Death Ride To Osaka is quite a harrowing film, where at the end of this, from our lead's perspective, we too feel drained as we've been put through this poor girl's ordeal. A vulnerable girl (Leigh) answers an ad for a hostess/ singer, and boy, is she mislead. The ads a front for a sex slavery ring. This is an all too real situation, where our innocents who show promise, whether it's in singing, acting, modelling, travel to Asian countries where it's not long before they're hooked on drugs, and are selling their bodies, where the crime syndicates profit big time. Here our lass, is a promising singer, where here in Tokyo, is not all she ends up doing. Defying the bastards who are using her for sex, she goes to the authorities to no avail. She is truly trapped. The boyfriend, a marine, who returns home, sets out after her, he too describing his girlfriend as vulnerable. Death Ride doesn't go for the sex or nudity either. There's little of either. It takes it's subject from a realistic standpoint, where we share Carol's journey and plight to escape this hell hole. And when the girls complain too much, they're sent on that death ride, where in Osaka, it's a much deeper hell. An older woman who's sent there, escapes, and is run down. A younger woman at the start, protesting to an older John about touching her, we revisit her later where she now looks older and highly drugged, forming a lazy speech pattern. Leigh fits the bill superbly amongst other good players. Although a t.v. movie. this is an eye opener for teens out there who have stars in their eyes, not to be duped by every ad they see, where this film serves as a forewarning to the dangers that are hugely present in far away countries.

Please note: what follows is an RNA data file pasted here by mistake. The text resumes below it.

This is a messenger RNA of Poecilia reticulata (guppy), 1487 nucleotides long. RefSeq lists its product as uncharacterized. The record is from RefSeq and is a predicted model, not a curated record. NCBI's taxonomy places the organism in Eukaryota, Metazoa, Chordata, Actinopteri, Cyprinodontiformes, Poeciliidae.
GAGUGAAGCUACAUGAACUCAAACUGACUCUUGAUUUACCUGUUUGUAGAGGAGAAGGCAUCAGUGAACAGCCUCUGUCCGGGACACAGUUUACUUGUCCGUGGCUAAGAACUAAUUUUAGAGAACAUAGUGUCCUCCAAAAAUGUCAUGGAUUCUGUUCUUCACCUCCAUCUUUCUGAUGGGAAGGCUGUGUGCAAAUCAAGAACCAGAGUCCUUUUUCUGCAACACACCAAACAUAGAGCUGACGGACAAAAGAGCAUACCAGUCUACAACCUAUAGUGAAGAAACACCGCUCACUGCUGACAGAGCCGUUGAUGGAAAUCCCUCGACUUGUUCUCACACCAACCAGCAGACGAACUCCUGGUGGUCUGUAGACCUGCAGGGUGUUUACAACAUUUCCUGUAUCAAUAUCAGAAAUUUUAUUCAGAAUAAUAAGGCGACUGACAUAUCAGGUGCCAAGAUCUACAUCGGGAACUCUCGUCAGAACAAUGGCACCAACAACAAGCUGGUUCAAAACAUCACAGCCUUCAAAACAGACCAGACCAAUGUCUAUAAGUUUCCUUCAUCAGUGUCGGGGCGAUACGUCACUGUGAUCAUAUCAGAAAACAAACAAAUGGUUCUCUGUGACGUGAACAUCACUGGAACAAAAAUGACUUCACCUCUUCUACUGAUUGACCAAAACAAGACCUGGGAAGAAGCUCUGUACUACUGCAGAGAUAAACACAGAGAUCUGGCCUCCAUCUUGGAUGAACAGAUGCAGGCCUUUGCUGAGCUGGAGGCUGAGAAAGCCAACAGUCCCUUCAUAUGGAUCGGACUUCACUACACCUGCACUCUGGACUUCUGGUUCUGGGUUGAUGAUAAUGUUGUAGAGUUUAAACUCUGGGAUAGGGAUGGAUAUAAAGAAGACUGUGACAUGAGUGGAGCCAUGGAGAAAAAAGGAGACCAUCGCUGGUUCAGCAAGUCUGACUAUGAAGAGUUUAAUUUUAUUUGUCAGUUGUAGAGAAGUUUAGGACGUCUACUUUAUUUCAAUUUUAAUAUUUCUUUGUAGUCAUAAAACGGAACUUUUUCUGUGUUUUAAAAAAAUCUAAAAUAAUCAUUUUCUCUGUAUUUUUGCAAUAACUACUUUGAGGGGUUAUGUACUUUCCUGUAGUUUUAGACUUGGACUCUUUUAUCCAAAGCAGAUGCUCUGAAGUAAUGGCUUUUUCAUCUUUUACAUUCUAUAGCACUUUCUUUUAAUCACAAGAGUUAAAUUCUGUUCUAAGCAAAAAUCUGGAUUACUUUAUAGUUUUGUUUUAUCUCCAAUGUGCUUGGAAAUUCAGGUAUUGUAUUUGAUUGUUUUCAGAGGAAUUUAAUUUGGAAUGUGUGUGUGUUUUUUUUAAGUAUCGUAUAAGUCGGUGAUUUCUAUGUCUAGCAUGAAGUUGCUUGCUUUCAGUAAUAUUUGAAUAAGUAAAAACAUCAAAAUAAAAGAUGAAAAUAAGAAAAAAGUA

*** This review may contain spoilers ***